In conversations with the authors, the plan is for the House to accept the Senate amendments to the bill that have been worked out on the Senate side largely through the work of Senator Greg Clausen and chief author Senator Scott Dibble.  Intentions may change if further amendments not supporting by the chief author are attached to the bill, but the plan is for the House to re-pass the bill with the Senate amendments, avoiding a conference committee and sending the bill directly to the Governor for his expected signature.

HF 2180 is, as stated above, the bill developed by Education Minnesota to bring greater transparency to health insurance bidding process at the district level by requiring multiple sealed bids.  This bill certainly doesn't hit the level of intrusion into the health insurance procurement process that previous bills sponsored by Education Minnesota, but it still requires a lot of what could be considered busy work by school districts.  Again, contact your legislators with your concerns.
Oops.  Forgot to Blog.  Was working on a couple of memos last evening and neglected my blogging responsibilities  There isn't a lot to report on the legislative front.  The House Ways and Means Committee met yesterday morning and melded HF 3171--the House omnibus education finance bill--together with the other division funding bills into HF 3172.  HF 3172 is now the House omnibus "omnibus" bill, combining all the work of the various funding divisions into one bill that governs all proposed funding increases.  The Senate will be following the same procedure and there will be a single conference committee this session instead of the usual pattern of having a conference committee for each funding division.

The Senate bill was heard in the Senate Tax Committee yesterday morning where its tax impacts were discussed.  The Senate has a zero overall property tax levy target, but there are several property levy increases in the bill.  In order to achieve the zero levy target, the Senate bill proposes to increase the equalizing factor for the total operating capital program.  The new equalizing factor is about 5% higher for taxes payable in 2015 and then slides back to an increase of about 4% for taxes payable in 2016.  Given the increase and then the slight erosion in the increase the equalizing factor that these equalizing factor changes are being used to "balance" the bill as opposed to implementing any long term structural tax relief.  Because the total operating capital program affects all school districts, the levy component is a good place to deliver property tax relief both large and small.  After hearing the bill, the Tax Committee re-referred the E-12 funding bill back to the Finance Committee, where it will be combined with bills from the other funding divisions in a manner similar to what was done in the House.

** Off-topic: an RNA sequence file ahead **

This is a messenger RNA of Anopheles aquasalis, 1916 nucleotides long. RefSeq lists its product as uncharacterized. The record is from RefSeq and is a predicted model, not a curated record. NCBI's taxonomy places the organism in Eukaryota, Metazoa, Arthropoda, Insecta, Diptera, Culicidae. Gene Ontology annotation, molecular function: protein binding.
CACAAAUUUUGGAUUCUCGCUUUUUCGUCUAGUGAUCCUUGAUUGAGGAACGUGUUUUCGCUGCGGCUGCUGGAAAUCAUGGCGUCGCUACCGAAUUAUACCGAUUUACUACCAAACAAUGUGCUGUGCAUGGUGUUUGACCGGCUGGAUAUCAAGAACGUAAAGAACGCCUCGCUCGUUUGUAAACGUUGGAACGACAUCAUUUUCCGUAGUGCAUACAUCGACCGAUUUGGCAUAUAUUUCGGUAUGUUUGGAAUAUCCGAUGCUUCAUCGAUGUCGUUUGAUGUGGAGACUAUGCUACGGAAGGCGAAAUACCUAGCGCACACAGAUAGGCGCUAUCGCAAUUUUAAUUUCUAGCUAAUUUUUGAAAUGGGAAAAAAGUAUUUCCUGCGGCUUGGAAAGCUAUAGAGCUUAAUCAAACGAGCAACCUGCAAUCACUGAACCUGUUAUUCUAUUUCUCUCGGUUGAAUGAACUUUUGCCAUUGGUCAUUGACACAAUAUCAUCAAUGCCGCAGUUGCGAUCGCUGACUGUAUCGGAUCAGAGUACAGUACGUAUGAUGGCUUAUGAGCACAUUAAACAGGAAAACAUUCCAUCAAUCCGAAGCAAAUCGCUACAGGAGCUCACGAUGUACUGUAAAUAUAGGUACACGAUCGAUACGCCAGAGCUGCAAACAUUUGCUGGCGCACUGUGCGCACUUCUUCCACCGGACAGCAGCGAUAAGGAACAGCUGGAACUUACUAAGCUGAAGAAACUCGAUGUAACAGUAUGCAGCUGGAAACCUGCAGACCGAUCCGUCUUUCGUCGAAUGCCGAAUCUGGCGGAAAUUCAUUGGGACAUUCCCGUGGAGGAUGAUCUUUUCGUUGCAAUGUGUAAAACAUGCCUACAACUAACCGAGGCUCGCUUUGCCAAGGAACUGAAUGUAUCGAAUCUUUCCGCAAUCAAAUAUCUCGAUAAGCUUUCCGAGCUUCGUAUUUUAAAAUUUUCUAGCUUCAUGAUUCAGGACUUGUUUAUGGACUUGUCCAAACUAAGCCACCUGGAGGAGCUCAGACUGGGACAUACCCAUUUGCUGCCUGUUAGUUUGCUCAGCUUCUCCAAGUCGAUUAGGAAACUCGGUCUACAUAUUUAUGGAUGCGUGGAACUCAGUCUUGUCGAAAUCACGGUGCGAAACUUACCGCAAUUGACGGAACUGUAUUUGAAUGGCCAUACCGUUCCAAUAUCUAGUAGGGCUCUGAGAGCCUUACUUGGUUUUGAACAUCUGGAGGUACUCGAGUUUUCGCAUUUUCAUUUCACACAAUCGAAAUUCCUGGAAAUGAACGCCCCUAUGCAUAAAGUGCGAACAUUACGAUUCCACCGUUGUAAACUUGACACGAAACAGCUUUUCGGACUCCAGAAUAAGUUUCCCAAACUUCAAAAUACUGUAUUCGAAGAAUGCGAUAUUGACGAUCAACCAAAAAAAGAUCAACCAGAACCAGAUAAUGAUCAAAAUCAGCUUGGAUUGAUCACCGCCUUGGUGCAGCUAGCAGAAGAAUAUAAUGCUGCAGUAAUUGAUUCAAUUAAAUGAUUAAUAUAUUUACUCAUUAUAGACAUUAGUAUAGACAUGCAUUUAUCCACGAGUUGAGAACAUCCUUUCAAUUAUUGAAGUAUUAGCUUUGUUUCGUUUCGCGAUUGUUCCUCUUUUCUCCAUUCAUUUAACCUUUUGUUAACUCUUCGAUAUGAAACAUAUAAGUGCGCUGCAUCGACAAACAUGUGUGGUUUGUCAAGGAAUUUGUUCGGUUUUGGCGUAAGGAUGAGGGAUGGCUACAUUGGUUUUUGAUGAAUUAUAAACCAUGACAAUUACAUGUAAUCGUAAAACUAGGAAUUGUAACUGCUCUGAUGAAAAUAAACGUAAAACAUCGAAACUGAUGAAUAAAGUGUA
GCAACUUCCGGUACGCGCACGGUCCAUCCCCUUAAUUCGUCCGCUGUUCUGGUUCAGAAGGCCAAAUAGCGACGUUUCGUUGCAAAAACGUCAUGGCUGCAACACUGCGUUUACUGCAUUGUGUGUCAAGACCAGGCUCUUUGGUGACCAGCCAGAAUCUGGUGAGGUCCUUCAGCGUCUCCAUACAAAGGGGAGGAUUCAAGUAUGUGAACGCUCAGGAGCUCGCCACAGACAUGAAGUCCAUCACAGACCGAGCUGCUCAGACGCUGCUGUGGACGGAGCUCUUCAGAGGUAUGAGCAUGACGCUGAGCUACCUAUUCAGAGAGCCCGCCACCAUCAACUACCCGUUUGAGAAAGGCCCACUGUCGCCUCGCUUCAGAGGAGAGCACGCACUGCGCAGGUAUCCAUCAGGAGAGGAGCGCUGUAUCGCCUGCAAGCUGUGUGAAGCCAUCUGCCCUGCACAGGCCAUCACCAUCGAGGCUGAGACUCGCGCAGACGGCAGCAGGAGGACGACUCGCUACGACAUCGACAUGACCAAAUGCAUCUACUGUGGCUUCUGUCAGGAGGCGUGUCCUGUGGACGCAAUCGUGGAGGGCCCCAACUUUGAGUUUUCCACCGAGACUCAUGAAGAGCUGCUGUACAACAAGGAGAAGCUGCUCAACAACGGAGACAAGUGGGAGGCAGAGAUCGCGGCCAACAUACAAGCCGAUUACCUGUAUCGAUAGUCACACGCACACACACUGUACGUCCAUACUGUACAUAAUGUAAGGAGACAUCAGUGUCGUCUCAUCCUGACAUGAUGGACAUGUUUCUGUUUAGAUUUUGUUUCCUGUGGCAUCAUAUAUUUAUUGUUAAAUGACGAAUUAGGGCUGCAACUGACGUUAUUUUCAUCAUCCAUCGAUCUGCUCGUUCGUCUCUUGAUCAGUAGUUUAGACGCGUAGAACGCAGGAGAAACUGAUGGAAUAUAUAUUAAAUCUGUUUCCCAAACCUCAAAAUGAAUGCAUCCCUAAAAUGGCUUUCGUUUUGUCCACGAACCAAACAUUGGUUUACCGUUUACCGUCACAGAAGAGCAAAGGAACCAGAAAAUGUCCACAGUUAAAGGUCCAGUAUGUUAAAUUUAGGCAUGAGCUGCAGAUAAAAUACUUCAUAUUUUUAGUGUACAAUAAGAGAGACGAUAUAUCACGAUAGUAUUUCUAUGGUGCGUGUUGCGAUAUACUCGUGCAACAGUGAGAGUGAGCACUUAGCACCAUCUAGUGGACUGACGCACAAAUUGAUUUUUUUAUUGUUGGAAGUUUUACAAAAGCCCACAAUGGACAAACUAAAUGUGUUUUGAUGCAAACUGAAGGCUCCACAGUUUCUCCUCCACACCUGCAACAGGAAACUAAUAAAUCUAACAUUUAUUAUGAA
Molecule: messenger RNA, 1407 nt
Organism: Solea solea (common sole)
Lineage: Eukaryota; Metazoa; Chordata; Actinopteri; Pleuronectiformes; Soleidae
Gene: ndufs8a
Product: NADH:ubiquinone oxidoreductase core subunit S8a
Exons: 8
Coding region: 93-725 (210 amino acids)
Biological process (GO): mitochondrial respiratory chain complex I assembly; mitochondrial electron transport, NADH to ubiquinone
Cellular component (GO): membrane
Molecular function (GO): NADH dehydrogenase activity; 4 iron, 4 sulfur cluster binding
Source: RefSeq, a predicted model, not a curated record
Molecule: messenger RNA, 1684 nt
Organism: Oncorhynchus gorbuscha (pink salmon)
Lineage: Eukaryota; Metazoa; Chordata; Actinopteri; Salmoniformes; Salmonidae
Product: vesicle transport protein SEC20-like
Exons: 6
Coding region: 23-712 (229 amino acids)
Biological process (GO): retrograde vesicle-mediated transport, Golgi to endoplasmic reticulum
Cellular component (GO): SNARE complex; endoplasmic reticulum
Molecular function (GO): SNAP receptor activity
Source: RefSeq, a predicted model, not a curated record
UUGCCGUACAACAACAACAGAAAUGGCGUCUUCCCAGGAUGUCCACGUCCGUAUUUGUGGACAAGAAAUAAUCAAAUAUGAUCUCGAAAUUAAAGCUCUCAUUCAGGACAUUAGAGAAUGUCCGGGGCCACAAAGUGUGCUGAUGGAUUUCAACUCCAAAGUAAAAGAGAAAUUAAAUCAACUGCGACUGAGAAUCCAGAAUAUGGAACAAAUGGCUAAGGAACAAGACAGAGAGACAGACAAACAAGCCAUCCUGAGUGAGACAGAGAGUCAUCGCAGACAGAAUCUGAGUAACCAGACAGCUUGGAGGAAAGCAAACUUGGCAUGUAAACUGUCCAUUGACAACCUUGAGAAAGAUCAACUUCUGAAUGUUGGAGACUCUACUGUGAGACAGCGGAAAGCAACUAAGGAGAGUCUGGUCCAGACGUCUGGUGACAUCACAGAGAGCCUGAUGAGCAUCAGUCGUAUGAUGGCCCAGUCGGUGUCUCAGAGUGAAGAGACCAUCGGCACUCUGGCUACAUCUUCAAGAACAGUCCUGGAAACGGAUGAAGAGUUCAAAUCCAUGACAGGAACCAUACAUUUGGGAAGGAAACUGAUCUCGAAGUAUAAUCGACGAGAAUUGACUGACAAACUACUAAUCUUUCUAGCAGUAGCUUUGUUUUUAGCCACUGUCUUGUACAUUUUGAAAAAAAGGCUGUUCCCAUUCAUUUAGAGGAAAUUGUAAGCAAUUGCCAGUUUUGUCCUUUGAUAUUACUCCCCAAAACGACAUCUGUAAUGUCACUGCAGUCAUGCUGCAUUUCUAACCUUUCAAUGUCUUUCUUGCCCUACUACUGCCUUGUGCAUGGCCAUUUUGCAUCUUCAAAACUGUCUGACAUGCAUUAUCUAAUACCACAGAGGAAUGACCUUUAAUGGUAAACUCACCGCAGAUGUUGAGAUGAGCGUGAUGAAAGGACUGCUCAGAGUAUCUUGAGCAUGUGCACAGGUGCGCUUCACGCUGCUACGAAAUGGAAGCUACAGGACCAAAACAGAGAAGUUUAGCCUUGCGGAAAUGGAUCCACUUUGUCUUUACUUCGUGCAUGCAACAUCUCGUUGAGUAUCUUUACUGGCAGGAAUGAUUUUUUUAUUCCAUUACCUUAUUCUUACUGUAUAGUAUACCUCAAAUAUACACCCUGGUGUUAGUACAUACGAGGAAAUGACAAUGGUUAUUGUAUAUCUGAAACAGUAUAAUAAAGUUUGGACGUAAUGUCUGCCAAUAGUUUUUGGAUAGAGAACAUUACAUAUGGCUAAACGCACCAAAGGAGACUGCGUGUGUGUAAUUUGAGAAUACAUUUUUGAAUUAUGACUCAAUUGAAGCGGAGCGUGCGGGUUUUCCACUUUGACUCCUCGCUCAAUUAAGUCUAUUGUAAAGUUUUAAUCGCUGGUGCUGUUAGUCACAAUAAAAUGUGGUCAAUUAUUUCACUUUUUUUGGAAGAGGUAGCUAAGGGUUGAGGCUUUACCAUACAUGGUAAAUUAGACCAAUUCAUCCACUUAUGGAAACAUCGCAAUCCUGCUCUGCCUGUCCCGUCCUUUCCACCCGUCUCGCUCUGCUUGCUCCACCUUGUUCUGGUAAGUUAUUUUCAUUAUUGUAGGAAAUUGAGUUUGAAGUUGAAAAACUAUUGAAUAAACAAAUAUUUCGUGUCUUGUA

The rumored schedule has the full House of Representatives taking up HF 3172, the super-omnibus funding bill, on Thursday.  The Senate will likely follow suit on Friday and if all goes as scheduled, conference committee could begin as early as the weekend or early next week.

Fate of Policy Bills?  One of the questions yet to be resolved is that of the policy bills that usually accompany the funding bills from each division.  Policy has largely been stripped from the omnibus funding bills, an action that will require these bills to travel separately.  There are two major obstacles to the passage of policy bills this session:  (1) time remaining in the session and (2) a perceived lack of appetite for passing anything other than the major appropriations bills.  That doesn't mean they won't pass, but the chances of anything happening will likely be nearly totally dependent on the timeline and with another tax bill, the omnibus appropriations bill, and the bonding bill likely to receive the lion's share of the attention from this point forward, the odds of passing major education policy bills through both houses and complete a conference committee to resolve any differences that might exist between the Senate and House bills.  Put this issue in the "yet to be determined' column.

Regional Meetings Completed.  We completed our round of spring regional meetings yesterday in Sauk Rapids (thanks for hosting Dan!) and I am always amazed at the spirit of the group when we meet.  What made this year's set of meetings interesting is that the timing of the meetings made each meeting very different, as during the first few meetings there was a lot of conjecture about what might happen and by the end of the round of meetings, the Senate and House bills had pretty much taken shape and the discussions had a different tone and slant.  I want to thank everyone who participated in the meetings.  We are a member-based organization and the input from all members is valued.  These meetings provide SEE leadership with perspectives and data that is crucial to advancing the organization's legislative priorities.  So thanks again!  It was great seeing all of you and hearing your opinions.